Yes. I Remember

Jacopo Ligozzi (1547, Verona–1627, Florence)



Yes. I remember Adlestrop—
The name, because one afternoon
Of heat the express-train drew up there
Unwontedly. It was late June.

The steam hissed. Someone cleared his throat.
No one left and no one came
On the bare platform. What I saw
Was Adlestrop—only the name

And willows, willow-herb, and grass,
And meadowsweet, and haycocks dry,
No whit less still and lonely fair
Than the high cloudlets in the sky.

And for that minute a blackbird sang
Close by, and round him, mistier,
Farther and farther, all the birds
Of Oxfordshire and Gloucestershire.

Edward Thomas (March 1878 – April 1917)


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6 CommentsLeave a comment

  1. So evocative. Have you ever read any Elizabeth Goudge?

    • It really is. The older I get, the more I am moved by memories of very plain moments. But what I can remember of the scents, and sights, and sounds of that plain moment make me ache keenly for whatever came together to allow me that experience.

      I certainly read Elizabeth Goudge—but so long ago, mid-childhood I guess. Her name first brought to mind “. . something . . From the Sea” and I thought that can’t be right: Other books have titles like that, The Bull from the Sea, Gift from the Sea—It was something Green Street.
      So –upon looking her up—I deduce that, though I don’t consciously remember it, I either read or heard of her book The Child From the Sea. But I definitely remember reading, and enjoying, Green Dolphin Street—though I don’t remember IT.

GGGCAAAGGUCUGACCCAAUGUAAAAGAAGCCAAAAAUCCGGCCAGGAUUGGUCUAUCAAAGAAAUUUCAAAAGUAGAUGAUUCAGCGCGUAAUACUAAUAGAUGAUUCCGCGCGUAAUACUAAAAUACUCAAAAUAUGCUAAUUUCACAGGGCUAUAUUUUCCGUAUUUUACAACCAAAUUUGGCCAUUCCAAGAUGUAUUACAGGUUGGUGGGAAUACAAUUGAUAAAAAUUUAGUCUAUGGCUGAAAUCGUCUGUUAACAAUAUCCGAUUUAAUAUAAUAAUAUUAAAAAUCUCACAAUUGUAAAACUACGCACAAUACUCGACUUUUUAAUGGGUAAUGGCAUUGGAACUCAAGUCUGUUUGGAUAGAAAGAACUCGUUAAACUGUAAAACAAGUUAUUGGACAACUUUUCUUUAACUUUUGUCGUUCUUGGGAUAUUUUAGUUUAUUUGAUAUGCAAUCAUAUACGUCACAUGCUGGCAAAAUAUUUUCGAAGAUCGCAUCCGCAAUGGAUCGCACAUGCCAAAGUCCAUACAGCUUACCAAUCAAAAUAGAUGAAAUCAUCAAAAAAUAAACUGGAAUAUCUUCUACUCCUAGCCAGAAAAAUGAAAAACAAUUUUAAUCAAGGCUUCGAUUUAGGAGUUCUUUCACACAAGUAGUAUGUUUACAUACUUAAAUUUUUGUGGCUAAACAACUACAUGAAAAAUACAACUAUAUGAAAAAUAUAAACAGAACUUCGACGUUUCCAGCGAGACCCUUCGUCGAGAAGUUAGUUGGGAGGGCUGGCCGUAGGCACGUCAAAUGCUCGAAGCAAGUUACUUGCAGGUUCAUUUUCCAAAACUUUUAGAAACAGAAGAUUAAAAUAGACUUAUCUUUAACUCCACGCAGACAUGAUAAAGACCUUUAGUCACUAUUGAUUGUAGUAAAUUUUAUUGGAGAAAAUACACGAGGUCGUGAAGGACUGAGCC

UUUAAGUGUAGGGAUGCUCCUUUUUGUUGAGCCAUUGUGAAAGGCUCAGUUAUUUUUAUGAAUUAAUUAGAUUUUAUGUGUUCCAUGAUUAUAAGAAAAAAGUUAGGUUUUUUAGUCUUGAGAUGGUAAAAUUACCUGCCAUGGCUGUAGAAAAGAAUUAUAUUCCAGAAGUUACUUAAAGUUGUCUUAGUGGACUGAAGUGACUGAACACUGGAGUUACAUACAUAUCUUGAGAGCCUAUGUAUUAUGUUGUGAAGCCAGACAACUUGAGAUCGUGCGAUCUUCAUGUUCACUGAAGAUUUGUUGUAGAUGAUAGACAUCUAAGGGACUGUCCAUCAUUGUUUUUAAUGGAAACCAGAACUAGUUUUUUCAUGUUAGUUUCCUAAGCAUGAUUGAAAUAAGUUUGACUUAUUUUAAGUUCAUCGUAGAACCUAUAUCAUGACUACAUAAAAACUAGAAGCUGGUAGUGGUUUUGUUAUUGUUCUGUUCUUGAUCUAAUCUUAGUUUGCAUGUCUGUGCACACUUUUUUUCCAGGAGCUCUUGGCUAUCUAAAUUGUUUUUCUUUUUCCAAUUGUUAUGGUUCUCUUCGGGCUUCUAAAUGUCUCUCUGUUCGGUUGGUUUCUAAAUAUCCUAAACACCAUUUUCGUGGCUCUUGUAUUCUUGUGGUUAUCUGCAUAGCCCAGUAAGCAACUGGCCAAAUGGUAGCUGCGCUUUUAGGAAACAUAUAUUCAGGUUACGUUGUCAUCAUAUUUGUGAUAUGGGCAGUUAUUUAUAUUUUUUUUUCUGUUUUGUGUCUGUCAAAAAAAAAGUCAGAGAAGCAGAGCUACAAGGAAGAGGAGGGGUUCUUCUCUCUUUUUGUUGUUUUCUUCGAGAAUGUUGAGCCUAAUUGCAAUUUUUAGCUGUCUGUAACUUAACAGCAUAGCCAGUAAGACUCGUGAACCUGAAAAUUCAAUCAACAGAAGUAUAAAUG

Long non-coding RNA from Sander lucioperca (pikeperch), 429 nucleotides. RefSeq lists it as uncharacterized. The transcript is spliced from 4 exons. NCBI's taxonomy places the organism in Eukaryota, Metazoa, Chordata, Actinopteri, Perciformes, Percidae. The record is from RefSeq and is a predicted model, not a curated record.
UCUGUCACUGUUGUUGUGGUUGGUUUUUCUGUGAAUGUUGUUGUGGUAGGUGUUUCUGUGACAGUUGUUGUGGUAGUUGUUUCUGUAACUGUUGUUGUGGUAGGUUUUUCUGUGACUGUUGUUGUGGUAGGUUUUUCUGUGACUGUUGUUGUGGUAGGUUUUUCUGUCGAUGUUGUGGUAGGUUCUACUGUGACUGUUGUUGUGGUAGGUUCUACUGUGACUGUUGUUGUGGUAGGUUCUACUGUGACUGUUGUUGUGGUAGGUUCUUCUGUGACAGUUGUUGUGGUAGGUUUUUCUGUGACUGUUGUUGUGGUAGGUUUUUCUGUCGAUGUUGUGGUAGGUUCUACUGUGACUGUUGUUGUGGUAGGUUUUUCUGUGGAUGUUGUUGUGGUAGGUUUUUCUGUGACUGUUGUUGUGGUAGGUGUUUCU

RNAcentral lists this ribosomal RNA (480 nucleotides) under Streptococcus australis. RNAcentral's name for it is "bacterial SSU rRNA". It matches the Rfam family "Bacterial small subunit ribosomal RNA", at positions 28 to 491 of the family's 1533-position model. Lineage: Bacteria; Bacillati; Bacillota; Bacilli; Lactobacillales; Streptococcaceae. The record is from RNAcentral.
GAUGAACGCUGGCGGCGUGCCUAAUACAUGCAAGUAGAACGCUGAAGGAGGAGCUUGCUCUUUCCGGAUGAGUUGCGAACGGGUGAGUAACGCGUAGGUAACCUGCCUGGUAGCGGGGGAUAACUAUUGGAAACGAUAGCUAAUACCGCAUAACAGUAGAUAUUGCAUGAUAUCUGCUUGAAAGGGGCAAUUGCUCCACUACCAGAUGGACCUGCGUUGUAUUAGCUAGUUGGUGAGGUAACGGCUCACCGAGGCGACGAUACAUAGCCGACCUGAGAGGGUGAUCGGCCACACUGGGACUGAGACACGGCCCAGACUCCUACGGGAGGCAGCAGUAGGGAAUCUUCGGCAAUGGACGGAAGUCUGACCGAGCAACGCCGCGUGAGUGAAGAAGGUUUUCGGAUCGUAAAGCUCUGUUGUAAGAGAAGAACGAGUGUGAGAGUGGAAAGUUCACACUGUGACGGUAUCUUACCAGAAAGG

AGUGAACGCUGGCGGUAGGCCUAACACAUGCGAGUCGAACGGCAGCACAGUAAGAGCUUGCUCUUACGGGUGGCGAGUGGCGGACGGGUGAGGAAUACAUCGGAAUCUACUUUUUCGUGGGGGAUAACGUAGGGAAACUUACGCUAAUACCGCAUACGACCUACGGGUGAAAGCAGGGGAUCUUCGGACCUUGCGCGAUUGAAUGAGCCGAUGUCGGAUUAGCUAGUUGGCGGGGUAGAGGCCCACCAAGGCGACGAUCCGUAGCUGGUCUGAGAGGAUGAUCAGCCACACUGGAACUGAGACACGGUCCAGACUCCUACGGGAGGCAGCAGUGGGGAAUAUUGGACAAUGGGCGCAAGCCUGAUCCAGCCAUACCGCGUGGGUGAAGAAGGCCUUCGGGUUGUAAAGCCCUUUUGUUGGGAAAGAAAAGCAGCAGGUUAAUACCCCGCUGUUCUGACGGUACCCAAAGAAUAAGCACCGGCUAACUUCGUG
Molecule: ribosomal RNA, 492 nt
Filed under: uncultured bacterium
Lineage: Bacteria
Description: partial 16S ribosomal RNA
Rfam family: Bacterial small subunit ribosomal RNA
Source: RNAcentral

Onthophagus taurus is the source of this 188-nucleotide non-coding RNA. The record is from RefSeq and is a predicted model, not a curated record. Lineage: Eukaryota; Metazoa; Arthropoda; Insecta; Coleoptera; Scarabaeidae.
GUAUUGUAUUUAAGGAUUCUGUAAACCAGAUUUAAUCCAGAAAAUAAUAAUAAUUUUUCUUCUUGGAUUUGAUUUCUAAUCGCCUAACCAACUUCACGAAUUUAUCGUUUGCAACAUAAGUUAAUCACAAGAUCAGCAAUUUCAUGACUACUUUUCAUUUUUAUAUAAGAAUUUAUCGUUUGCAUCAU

What brought her to mind?

  2. So very, very beautiful, both poem and painting.

    • Thank you (I guess I accept credit as the gatherer of beautiful things). And I’m happy that you liked them too.
      They are, aren’t they? So many centuries apart, and not any of the varieties mentioned in the poem, but the valerian seems also to be leaning wistfully.

  3. If I may chime in here: “Gift From the Sea” is a book by Ann Morrow Lindbergh that inspired many readers. She would have loved your site. As do I. Thank you for such beauty.

    • What a really, really kind thing to say.
      Yes, it seems to me that her book was everywhere at some point when I was in school: They must have been reading it in every class or grade except mine. But I’m afraid I only barely dipped into it once or twice (I was perverse–If it was being done, I’d just as soon not)
      I’m also glad you say that because it reminds me that Of Course I should read it all, now more than ever.
      Thank you.

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